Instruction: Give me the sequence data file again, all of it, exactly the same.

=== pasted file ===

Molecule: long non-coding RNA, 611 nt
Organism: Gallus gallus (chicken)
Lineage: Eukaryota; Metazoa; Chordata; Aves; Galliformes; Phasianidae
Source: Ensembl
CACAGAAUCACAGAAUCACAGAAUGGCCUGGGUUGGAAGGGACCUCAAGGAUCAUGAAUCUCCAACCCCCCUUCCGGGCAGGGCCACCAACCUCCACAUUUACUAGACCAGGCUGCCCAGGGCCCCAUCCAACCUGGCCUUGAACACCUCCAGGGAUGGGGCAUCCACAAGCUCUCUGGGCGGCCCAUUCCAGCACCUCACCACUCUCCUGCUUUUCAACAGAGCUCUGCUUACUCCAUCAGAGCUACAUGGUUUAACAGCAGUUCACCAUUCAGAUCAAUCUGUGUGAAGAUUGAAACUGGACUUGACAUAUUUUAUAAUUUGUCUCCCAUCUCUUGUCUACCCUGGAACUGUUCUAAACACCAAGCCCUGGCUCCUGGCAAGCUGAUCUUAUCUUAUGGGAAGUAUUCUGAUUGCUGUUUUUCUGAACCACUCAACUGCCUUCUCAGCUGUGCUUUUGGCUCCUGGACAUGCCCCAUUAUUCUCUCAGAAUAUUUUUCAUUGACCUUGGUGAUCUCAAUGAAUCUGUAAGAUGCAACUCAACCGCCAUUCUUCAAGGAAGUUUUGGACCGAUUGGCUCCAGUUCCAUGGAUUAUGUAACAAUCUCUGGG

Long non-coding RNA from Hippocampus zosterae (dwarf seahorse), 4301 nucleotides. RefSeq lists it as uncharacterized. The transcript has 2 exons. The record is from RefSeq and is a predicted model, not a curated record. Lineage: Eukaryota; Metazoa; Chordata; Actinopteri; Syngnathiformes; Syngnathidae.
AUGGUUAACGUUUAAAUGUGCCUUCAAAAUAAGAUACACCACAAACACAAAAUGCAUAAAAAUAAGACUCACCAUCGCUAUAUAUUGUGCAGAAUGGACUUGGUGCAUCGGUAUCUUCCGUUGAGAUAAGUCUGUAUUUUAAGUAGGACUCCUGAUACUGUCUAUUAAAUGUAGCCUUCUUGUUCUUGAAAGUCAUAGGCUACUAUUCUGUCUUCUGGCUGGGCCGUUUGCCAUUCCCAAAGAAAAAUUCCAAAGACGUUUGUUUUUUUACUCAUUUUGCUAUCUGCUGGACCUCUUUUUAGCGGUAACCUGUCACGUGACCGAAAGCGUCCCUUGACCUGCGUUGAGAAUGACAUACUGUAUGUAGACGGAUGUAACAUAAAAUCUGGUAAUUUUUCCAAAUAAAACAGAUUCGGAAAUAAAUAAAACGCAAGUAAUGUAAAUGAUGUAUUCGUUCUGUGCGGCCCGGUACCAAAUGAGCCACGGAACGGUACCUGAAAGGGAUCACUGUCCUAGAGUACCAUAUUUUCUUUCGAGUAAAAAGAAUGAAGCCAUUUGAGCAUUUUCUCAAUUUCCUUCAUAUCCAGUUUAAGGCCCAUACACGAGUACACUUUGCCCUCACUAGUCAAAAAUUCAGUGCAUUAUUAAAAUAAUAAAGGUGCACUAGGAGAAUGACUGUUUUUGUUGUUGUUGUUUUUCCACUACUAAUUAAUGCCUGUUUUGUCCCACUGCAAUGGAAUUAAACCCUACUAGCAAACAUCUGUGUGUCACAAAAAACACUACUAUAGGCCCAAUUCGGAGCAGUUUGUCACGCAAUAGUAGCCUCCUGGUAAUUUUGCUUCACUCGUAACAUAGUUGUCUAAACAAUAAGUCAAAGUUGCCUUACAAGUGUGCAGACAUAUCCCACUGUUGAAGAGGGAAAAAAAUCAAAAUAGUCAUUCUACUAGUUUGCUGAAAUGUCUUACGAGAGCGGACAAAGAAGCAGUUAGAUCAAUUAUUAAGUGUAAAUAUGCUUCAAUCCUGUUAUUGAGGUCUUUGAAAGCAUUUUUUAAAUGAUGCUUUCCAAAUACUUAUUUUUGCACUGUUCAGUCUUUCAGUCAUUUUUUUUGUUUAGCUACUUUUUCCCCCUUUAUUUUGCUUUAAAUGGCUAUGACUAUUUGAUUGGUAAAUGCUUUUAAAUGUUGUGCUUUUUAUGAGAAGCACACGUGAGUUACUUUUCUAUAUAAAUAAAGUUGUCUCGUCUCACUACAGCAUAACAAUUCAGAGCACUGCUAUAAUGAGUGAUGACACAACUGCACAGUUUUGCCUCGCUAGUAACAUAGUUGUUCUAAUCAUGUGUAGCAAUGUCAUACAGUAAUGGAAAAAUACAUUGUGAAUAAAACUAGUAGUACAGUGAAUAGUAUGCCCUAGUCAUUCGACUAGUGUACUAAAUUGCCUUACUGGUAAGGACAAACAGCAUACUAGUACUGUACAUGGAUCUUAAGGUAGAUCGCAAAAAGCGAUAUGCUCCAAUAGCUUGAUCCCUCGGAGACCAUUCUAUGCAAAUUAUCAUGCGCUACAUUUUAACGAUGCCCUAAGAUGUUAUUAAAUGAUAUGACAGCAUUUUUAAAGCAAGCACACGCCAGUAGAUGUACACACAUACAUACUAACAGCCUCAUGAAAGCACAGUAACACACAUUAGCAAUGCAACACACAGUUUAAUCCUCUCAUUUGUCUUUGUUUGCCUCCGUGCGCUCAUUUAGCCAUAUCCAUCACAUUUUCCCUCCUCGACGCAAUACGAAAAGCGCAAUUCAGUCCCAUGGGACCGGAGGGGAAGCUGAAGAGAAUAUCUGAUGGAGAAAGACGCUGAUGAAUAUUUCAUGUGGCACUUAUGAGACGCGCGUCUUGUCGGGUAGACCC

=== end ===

Molecule: long non-coding RNA, 611 nt
Organism: Gallus gallus (chicken)
Lineage: Eukaryota; Metazoa; Chordata; Aves; Galliformes; Phasianidae
Source: Ensembl
CACAGAAUCACAGAAUCACAGAAUGGCCUGGGUUGGAAGGGACCUCAAGGAUCAUGAAUCUCCAACCCCCCUUCCGGGCAGGGCCACCAACCUCCACAUUUACUAGACCAGGCUGCCCAGGGCCCCAUCCAACCUGGCCUUGAACACCUCCAGGGAUGGGGCAUCCACAAGCUCUCUGGGCGGCCCAUUCCAGCACCUCACCACUCUCCUGCUUUUCAACAGAGCUCUGCUUACUCCAUCAGAGCUACAUGGUUUAACAGCAGUUCACCAUUCAGAUCAAUCUGUGUGAAGAUUGAAACUGGACUUGACAUAUUUUAUAAUUUGUCUCCCAUCUCUUGUCUACCCUGGAACUGUUCUAAACACCAAGCCCUGGCUCCUGGCAAGCUGAUCUUAUCUUAUGGGAAGUAUUCUGAUUGCUGUUUUUCUGAACCACUCAACUGCCUUCUCAGCUGUGCUUUUGGCUCCUGGACAUGCCCCAUUAUUCUCUCAGAAUAUUUUUCAUUGACCUUGGUGAUCUCAAUGAAUCUGUAAGAUGCAACUCAACCGCCAUUCUUCAAGGAAGUUUUGGACCGAUUGGCUCCAGUUCCAUGGAUUAUGUAACAAUCUCUGGG

Long non-coding RNA from Hippocampus zosterae (dwarf seahorse), 4301 nucleotides. RefSeq lists it as uncharacterized. The transcript has 2 exons. The record is from RefSeq and is a predicted model, not a curated record. Lineage: Eukaryota; Metazoa; Chordata; Actinopteri; Syngnathiformes; Syngnathidae.
AUGGUUAACGUUUAAAUGUGCCUUCAAAAUAAGAUACACCACAAACACAAAAUGCAUAAAAAUAAGACUCACCAUCGCUAUAUAUUGUGCAGAAUGGACUUGGUGCAUCGGUAUCUUCCGUUGAGAUAAGUCUGUAUUUUAAGUAGGACUCCUGAUACUGUCUAUUAAAUGUAGCCUUCUUGUUCUUGAAAGUCAUAGGCUACUAUUCUGUCUUCUGGCUGGGCCGUUUGCCAUUCCCAAAGAAAAAUUCCAAAGACGUUUGUUUUUUUACUCAUUUUGCUAUCUGCUGGACCUCUUUUUAGCGGUAACCUGUCACGUGACCGAAAGCGUCCCUUGACCUGCGUUGAGAAUGACAUACUGUAUGUAGACGGAUGUAACAUAAAAUCUGGUAAUUUUUCCAAAUAAAACAGAUUCGGAAAUAAAUAAAACGCAAGUAAUGUAAAUGAUGUAUUCGUUCUGUGCGGCCCGGUACCAAAUGAGCCACGGAACGGUACCUGAAAGGGAUCACUGUCCUAGAGUACCAUAUUUUCUUUCGAGUAAAAAGAAUGAAGCCAUUUGAGCAUUUUCUCAAUUUCCUUCAUAUCCAGUUUAAGGCCCAUACACGAGUACACUUUGCCCUCACUAGUCAAAAAUUCAGUGCAUUAUUAAAAUAAUAAAGGUGCACUAGGAGAAUGACUGUUUUUGUUGUUGUUGUUUUUCCACUACUAAUUAAUGCCUGUUUUGUCCCACUGCAAUGGAAUUAAACCCUACUAGCAAACAUCUGUGUGUCACAAAAAACACUACUAUAGGCCCAAUUCGGAGCAGUUUGUCACGCAAUAGUAGCCUCCUGGUAAUUUUGCUUCACUCGUAACAUAGUUGUCUAAACAAUAAGUCAAAGUUGCCUUACAAGUGUGCAGACAUAUCCCACUGUUGAAGAGGGAAAAAAAUCAAAAUAGUCAUUCUACUAGUUUGCUGAAAUGUCUUACGAGAGCGGACAAAGAAGCAGUUAGAUCAAUUAUUAAGUGUAAAUAUGCUUCAAUCCUGUUAUUGAGGUCUUUGAAAGCAUUUUUUAAAUGAUGCUUUCCAAAUACUUAUUUUUGCACUGUUCAGUCUUUCAGUCAUUUUUUUUGUUUAGCUACUUUUUCCCCCUUUAUUUUGCUUUAAAUGGCUAUGACUAUUUGAUUGGUAAAUGCUUUUAAAUGUUGUGCUUUUUAUGAGAAGCACACGUGAGUUACUUUUCUAUAUAAAUAAAGUUGUCUCGUCUCACUACAGCAUAACAAUUCAGAGCACUGCUAUAAUGAGUGAUGACACAACUGCACAGUUUUGCCUCGCUAGUAACAUAGUUGUUCUAAUCAUGUGUAGCAAUGUCAUACAGUAAUGGAAAAAUACAUUGUGAAUAAAACUAGUAGUACAGUGAAUAGUAUGCCCUAGUCAUUCGACUAGUGUACUAAAUUGCCUUACUGGUAAGGACAAACAGCAUACUAGUACUGUACAUGGAUCUUAAGGUAGAUCGCAAAAAGCGAUAUGCUCCAAUAGCUUGAUCCCUCGGAGACCAUUCUAUGCAAAUUAUCAUGCGCUACAUUUUAACGAUGCCCUAAGAUGUUAUUAAAUGAUAUGACAGCAUUUUUAAAGCAAGCACACGCCAGUAGAUGUACACACAUACAUACUAACAGCCUCAUGAAAGCACAGUAACACACAUUAGCAAUGCAACACACAGUUUAAUCCUCUCAUUUGUCUUUGUUUGCCUCCGUGCGCUCAUUUAGCCAUAUCCAUCACAUUUUCCCUCCUCGACGCAAUACGAAAAGCGCAAUUCAGUCCCAUGGGACCGGAGGGGAAGCUGAAGAGAAUAUCUGAUGGAGAAAGACGCUGAUGAAUAUUUCAUGUGGCACUUAUGAGACGCGCGUCUUGUCGGGUAGACCC